Tom Warren, writing for The Verge:
One issue I did run into with the Surface Book 2 is the power supply. Microsoft has only supplied a 102-watt charger with a machine that has an Nvidia GTX 1060 inside. Most similar laptops are gaming ones that have 150-watt or even 200-watt power supplies. There are two batteries inside the Surface Book 2, one in the base and one in the tablet portion (screen) itself. The base battery discharges too quickly with the supplied charger, meaning the Nvidia card (located in the base) will disconnect in the middle of a long gaming session at maximum performance even if you’re plugged in.
Microsoft is currently investigating this issue, and believes I have a faulty power supply. The company says the “Surface Book 2 is designed to supply enough power to maintain and charge, even under heavy load (including gaming).” I didn’t notice the discharge with apps that rely on the GPU, but most productivity apps simply use graphics power in short bursts rather than long periods like in games. I suspect the 102-watt charger isn’t enough for full performance gaming sessions, which will disappoint many who were hoping to use this as a gaming laptop alongside work tasks. I’ll update this review if the replacement charger makes a difference.
I have also tested with an old 65-watt Surface Book charger and the base still drains too quickly during gaming. I’ve also tested with a Surface Dock, rated at around 90 watts, and this still doesn’t hold the base charge to keep up while gaming. In all scenarios I also tested with the recommended “best battery life” setting, but the base still failed to charge properly during heavy gaming loads. If a replacement charger doesn’t work, Microsoft could potentially fix this in software by reducing the GTX 1060 clock speeds further and slowing the machine down.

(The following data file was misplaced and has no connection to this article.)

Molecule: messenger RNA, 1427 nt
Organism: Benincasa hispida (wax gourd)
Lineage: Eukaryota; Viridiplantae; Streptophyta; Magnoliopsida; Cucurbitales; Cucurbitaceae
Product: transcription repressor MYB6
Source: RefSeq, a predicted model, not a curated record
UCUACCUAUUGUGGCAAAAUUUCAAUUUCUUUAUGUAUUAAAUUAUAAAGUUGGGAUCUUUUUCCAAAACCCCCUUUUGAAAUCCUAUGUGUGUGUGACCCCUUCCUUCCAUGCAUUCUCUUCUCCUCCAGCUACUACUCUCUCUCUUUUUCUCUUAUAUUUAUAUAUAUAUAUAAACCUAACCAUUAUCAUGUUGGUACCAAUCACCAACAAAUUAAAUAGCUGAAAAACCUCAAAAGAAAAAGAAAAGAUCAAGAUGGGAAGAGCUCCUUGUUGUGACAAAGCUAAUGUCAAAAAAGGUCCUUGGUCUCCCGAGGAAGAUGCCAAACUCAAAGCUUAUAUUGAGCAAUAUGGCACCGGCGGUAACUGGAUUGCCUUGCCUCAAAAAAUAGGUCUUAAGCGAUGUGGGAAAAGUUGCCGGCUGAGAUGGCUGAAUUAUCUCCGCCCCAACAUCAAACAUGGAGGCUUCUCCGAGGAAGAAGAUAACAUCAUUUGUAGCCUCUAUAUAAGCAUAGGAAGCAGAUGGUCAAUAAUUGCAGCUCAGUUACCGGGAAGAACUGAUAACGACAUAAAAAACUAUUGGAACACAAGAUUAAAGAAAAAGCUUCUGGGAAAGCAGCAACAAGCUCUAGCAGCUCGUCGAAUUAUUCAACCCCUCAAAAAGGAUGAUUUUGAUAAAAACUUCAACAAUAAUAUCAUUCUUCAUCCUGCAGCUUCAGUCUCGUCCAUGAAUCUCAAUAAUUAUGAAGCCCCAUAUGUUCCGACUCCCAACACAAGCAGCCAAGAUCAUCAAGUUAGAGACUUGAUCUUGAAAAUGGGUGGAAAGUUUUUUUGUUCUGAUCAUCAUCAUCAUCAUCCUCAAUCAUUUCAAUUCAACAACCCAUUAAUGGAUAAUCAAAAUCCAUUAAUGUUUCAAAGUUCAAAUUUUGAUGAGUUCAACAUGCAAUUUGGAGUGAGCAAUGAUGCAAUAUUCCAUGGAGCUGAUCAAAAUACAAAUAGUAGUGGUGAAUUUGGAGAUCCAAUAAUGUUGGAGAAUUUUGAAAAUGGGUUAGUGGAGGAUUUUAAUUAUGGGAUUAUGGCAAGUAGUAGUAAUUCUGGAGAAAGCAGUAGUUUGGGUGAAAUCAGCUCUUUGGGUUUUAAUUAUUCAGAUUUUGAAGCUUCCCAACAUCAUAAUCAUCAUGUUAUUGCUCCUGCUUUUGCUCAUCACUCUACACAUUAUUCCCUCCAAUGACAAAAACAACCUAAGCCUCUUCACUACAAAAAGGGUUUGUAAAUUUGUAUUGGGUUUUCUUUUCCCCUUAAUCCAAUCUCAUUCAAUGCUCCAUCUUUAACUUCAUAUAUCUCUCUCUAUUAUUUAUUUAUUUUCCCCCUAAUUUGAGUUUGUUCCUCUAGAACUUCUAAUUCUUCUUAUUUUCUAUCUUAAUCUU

Or… you know… they could just supply a more powerful charger.
Hacker News user ‘johnernaut’:
I’m one of the people that switched from a MacBook Pro to the new Surface Book.
The ENTIRE experience was dreadful for me.
More details in the original post, but I’m quite surprised PC manufacturers still haven’t figured out the touchpad — the Surface reviews I read were more favourable.
More people are switching from Macs to Surface than ever before. Our trade-in program for MacBooks was our best ever, and the combination of excitement for the innovation of Surface coupled with the disappointment of the new MacBook Pro – especially among professionals – is leading more and more people to make the switch to Surface, like this. It seems like a new review recommending Surface over MacBook comes out daily. This makes our team so proud, because it means we’re doing good work.
I have been considering this too, but the Performance Base Surface Book is just too expensive (and not available for purchase in my country) — the model that fits my needs best costs $2400. That’s 15″ MacBook Pro territory.
At Connect(); in November, Microsoft is launching a preview of Visual Studio for Mac. This is an exciting development, evolving the mobile-centric Xamarin Studio IDE into a true mobile-first, cloud-first development tool for .NET and C#, and bringing the Visual Studio development experience to the Mac.
At its heart, Visual Studio for Mac is a macOS counterpart of the Windows version of Visual Studio. If you enjoy the Visual Studio development experience, but need or want to use macOS, you should feel right at home. Its UX is inspired by Visual Studio, yet designed to look and feel like a native citizen of macOS. And like Visual Studio for Windows, it’s complemented by Visual Studio Code for times when you don’t need a full IDE, but want a lightweight yet rich standalone source editor.
Fixed link; leads to cached version of page.